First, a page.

The whole world goes bankrupt

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Photo-Illustration: by The Cut; Photos: Worldwide

Well, it turns out that not all sweatpants are “forever. “

On Wednesday, Scott Sternberg, founder of Entireworld, the Los Angeles-based brand known for its colorful and WFH-friendly sweatpants, announced that it would immediately cease operations, with a clearance sale starting. in line today. In a public letter to customers and subscribers, Sternberg called it a “nuclear apocalypse of an end,” citing the dissolution of an acquisition deal as the last nail in the coffin.

Sternberg, who could not be reached immediately for comment, unfortunately has a history of quick and dramatic endings. In 2015, he announced that he would be leaving Band of Outsiders, the fashion brand with a capital F that he launched in 2004, after would have run up against its Belgian donors and finally default on their loan.

Entireworld, founded in 2018, was Sternberg’s attempt to create something more enduring: a direct-to-consumer brand that existed outside of the quotation mark fashion system, which he openly criticizes since the days of Band of Outsider. Instead of producing trendy items on an incredibly demanding schedule, Entireworld would deliver “the things you live in” that is, well-made, inexpensive basics like t-shirts, turtlenecks. , socks, underwear and, yes, sweatpants that arguably had more charm than something mass produced. (Coincidentally, I’m wearing an Entireworld t-shirt as I type this after putting it on yesterday afternoon, sleeping in it, and apparently never taking it off.)

For a moment, it seemed like the whole world had a future. While many brands struggled to stay afloat at the start of the pandemic, it flourished, earning more in March and April 2020 than during its entire first year in business, according to one. New York Times Magazine cover story from last year titled “Sweatpants Forever. “ Its colorful and comfortable pieces gave customers a touch of cheerfulness during the lockdown. But what about life after sweatpants?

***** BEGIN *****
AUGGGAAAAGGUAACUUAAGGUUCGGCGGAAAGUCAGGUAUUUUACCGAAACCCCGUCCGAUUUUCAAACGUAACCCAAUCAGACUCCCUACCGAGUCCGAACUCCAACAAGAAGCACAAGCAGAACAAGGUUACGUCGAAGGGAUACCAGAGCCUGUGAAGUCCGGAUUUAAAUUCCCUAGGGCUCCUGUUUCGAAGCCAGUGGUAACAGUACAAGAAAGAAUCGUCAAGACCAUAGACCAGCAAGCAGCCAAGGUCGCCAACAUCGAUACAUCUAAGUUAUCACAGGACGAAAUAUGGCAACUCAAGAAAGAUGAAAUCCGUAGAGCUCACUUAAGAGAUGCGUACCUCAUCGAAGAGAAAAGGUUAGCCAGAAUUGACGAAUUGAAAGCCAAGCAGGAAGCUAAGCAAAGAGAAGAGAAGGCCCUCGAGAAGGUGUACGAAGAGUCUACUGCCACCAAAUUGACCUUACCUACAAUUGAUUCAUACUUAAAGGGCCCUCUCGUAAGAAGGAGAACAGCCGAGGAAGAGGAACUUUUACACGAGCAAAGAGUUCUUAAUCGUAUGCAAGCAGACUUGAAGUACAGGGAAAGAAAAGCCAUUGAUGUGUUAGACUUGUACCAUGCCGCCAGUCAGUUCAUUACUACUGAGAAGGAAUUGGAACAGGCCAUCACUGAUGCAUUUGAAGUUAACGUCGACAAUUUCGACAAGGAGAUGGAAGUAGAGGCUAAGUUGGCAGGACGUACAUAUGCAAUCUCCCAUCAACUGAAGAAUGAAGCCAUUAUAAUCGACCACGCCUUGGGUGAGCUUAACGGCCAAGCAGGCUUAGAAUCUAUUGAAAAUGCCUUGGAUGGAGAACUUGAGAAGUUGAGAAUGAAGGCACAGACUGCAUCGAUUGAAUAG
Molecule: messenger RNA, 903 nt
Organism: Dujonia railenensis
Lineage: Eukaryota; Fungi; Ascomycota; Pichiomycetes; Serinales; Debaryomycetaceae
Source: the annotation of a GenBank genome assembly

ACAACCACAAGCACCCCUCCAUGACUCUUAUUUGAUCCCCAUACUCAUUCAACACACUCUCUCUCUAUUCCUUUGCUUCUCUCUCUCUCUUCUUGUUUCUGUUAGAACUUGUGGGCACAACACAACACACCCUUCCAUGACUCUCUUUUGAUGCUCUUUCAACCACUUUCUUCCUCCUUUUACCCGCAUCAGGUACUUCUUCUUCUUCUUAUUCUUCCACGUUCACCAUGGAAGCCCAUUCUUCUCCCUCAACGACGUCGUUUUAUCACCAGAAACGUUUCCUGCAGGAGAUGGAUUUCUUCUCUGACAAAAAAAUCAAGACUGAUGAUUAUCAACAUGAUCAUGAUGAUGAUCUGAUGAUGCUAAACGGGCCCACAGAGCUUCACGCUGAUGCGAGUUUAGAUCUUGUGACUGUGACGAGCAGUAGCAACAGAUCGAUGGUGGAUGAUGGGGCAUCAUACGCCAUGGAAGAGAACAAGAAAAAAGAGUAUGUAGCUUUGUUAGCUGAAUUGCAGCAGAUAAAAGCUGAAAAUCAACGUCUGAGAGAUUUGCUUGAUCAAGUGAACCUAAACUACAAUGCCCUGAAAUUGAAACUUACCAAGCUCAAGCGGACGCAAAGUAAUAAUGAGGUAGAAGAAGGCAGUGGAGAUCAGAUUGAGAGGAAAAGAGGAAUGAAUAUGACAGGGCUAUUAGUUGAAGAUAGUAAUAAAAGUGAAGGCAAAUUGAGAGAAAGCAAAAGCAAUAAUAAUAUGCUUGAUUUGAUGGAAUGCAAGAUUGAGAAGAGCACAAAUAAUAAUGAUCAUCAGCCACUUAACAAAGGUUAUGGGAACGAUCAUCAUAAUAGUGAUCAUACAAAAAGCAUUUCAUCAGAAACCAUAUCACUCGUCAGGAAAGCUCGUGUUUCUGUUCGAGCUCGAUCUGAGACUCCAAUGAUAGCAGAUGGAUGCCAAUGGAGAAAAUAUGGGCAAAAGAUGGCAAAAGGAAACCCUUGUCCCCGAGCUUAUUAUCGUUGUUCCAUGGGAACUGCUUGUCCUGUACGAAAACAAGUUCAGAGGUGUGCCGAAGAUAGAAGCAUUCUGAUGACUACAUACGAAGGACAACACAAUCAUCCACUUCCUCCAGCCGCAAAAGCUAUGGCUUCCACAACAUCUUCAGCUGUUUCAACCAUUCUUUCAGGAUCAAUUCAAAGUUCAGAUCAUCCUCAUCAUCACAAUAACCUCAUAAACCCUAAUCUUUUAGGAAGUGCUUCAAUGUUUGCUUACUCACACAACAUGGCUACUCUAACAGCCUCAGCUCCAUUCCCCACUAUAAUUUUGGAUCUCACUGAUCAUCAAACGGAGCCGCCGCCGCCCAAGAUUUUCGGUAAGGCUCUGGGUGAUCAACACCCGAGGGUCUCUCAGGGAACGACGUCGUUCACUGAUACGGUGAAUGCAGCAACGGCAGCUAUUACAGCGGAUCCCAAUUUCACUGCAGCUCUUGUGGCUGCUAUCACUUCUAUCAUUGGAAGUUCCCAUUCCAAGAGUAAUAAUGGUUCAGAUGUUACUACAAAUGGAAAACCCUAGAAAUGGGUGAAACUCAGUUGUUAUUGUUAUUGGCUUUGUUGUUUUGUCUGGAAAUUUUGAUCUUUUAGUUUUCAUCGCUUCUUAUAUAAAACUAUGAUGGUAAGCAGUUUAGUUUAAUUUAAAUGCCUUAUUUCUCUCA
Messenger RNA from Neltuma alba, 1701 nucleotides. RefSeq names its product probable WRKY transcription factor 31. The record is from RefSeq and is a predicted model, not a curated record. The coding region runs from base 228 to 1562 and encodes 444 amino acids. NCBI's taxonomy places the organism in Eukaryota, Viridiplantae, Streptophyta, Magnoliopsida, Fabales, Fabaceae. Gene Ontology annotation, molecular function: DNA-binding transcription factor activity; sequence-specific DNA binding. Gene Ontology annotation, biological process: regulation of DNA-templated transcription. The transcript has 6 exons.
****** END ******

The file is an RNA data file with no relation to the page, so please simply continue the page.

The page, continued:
In the Times article, Sternberg acknowledges that nothing, of course, lasts forever, especially not in fashion. “You have to assume that the cycle will change even if you sell commodities,” he says. “And how are you going to deal with this? How to create a business able to withstand these fluctuations over time? A few weeks ago, Entireworld’s fall / winter collection, which included slippers, coats and other new arrivals, was listed as “coming soon” on its website. But, unfortunately, he never came.

At the end of “Sweatpants Forever,” Sternberg expresses his frustration with potential investors, who – to quote writer Irina Aleksander – seemed more interested in turning to bigger brands on the verge of bankruptcy, rather than supporting a smaller who actually made money. . Now we know how it all turned out.

“Alas, here we are, a messy pile of bricks strewn across the floor, making a goddamn clearance sale,” Sternberg wrote at the end of his letter. “If I dare say, everything must go. So refuel. Enjoy it. Live in it. Love in it.



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